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Oregon Rejects Teacher Request to Avoid New Standardized Testing

Despite teachers asking to cancel tests their students will most likely fail, the state is making students take them anyway. Oregon's teacher union estimated 35 to 40 percent of students will pass these new tests, but Schools Chief Rob Saxton refused to cancel them, reported The Oregonian

Saxton said he refused in fear of the state "lagging" behind other states switching to Common Core standards.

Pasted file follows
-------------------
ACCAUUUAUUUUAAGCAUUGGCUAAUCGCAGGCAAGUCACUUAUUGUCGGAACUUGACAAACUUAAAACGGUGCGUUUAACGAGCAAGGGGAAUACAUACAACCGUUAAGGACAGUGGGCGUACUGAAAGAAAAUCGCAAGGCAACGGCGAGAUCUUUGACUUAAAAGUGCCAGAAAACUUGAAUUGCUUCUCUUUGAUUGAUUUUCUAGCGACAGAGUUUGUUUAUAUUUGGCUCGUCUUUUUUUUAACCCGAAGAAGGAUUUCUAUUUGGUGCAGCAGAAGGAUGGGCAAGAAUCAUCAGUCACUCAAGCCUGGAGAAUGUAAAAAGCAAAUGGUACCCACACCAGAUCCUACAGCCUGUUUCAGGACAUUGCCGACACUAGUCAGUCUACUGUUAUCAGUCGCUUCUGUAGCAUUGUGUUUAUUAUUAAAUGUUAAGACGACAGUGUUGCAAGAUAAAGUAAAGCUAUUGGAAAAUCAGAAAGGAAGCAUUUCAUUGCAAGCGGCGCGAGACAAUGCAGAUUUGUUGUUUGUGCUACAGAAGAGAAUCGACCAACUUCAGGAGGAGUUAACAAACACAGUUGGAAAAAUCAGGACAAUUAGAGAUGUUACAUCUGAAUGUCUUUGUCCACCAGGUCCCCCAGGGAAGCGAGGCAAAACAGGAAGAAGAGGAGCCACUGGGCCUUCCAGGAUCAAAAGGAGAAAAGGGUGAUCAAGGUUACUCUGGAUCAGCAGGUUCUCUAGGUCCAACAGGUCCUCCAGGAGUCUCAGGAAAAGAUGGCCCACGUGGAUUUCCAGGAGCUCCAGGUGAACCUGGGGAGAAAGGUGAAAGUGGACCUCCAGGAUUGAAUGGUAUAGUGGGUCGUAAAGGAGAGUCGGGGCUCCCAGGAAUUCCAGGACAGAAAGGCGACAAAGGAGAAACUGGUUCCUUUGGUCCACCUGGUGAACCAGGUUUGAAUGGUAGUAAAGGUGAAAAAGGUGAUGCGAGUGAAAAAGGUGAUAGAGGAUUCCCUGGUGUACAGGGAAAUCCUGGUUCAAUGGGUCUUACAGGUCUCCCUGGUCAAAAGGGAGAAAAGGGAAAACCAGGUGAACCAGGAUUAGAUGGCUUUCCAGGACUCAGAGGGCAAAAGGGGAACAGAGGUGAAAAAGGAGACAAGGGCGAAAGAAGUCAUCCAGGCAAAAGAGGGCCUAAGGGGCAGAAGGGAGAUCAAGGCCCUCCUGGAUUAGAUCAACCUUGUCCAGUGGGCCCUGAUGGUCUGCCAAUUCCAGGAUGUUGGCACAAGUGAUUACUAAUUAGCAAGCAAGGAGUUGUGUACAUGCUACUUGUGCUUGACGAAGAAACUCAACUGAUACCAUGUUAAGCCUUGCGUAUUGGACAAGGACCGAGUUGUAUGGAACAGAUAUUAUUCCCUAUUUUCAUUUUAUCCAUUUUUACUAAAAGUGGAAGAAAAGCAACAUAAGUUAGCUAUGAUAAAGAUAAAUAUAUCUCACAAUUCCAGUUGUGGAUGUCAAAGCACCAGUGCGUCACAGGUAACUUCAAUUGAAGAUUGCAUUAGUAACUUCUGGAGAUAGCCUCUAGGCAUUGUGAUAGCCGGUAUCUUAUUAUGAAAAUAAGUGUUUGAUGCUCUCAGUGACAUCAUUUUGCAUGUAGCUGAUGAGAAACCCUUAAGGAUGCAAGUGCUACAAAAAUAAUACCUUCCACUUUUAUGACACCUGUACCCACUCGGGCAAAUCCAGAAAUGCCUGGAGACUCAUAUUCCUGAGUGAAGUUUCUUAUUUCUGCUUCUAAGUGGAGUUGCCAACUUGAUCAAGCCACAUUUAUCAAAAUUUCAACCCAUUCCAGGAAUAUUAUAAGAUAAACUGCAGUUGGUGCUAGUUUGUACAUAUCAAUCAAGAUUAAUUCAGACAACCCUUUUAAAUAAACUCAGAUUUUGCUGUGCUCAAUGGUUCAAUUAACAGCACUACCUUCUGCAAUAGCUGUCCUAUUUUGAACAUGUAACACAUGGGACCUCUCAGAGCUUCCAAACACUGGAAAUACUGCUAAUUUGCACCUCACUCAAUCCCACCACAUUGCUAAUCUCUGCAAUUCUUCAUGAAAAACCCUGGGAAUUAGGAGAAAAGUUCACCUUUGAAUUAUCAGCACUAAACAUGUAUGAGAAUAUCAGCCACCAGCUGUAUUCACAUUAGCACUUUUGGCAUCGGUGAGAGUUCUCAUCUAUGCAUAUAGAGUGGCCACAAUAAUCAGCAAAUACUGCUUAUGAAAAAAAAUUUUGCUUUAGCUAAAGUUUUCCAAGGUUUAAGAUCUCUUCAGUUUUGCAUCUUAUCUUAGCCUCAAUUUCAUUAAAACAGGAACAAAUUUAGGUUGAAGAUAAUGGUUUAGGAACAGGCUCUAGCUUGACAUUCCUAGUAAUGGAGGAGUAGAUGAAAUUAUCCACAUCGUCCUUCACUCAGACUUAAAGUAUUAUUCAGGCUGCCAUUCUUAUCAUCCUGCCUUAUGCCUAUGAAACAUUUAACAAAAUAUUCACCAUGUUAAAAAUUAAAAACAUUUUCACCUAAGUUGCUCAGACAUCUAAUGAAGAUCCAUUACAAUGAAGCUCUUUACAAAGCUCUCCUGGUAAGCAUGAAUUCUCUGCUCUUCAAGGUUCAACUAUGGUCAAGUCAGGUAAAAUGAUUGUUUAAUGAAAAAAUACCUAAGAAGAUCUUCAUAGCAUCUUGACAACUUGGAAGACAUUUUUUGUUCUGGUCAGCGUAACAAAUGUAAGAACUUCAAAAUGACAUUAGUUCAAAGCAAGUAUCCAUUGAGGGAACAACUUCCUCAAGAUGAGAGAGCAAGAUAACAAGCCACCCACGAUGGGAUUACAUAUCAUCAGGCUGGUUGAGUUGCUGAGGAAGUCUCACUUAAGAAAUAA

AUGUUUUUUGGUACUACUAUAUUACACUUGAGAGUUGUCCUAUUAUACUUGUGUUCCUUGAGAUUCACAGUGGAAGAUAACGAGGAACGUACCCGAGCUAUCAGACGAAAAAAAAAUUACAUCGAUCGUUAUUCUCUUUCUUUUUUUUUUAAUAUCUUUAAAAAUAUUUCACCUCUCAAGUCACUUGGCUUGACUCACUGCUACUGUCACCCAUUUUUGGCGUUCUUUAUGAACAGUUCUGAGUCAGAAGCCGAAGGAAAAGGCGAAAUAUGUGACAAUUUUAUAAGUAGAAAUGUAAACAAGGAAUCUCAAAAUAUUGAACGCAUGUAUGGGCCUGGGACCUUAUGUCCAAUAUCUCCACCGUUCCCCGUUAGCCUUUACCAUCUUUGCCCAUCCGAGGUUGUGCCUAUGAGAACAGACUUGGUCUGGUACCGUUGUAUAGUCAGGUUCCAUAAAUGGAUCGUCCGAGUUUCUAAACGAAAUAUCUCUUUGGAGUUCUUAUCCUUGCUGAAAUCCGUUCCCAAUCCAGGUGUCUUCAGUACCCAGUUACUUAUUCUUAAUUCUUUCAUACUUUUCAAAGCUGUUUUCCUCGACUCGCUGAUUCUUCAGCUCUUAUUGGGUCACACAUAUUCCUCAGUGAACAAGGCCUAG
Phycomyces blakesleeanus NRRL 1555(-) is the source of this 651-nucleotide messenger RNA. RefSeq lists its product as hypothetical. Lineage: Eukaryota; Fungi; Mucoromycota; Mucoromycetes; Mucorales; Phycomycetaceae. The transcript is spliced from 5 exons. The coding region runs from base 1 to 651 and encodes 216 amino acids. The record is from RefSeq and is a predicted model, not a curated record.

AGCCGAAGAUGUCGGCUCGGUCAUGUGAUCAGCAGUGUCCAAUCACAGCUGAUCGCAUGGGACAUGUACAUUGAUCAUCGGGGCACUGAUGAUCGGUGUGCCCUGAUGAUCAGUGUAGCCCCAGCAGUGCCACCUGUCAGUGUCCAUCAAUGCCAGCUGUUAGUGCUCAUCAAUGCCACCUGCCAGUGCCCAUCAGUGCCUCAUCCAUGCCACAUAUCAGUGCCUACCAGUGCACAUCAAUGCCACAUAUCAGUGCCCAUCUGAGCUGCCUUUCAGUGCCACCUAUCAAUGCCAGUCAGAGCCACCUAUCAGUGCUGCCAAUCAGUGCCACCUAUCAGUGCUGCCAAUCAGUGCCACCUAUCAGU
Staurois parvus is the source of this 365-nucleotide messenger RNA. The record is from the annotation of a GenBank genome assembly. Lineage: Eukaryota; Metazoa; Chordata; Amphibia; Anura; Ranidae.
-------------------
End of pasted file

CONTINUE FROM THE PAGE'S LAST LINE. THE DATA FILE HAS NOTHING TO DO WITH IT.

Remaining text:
"We need to do everything we can to equip our students with the knowledge and content and skill sets they need to be successful when they leave high school, whether for college or career," said Saxton. "The worst place for our student to fail is not on a test in schools but at the next step, which is life."

A group of Oregon teachers met earlier this month to set policies and other standards for the Oregon Education Association, and declared by a voice vote against the testing. 

"We're wanting there to be a thoughtful process before you implement a new standardized test so our students aren't set up for failure," said OEA president Hanna Vaandering. "Is there any rational reason why you would give an assessment that 65 percent of our students would fail?"

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Article by Kassondra Granata, EducationWorld Contributor

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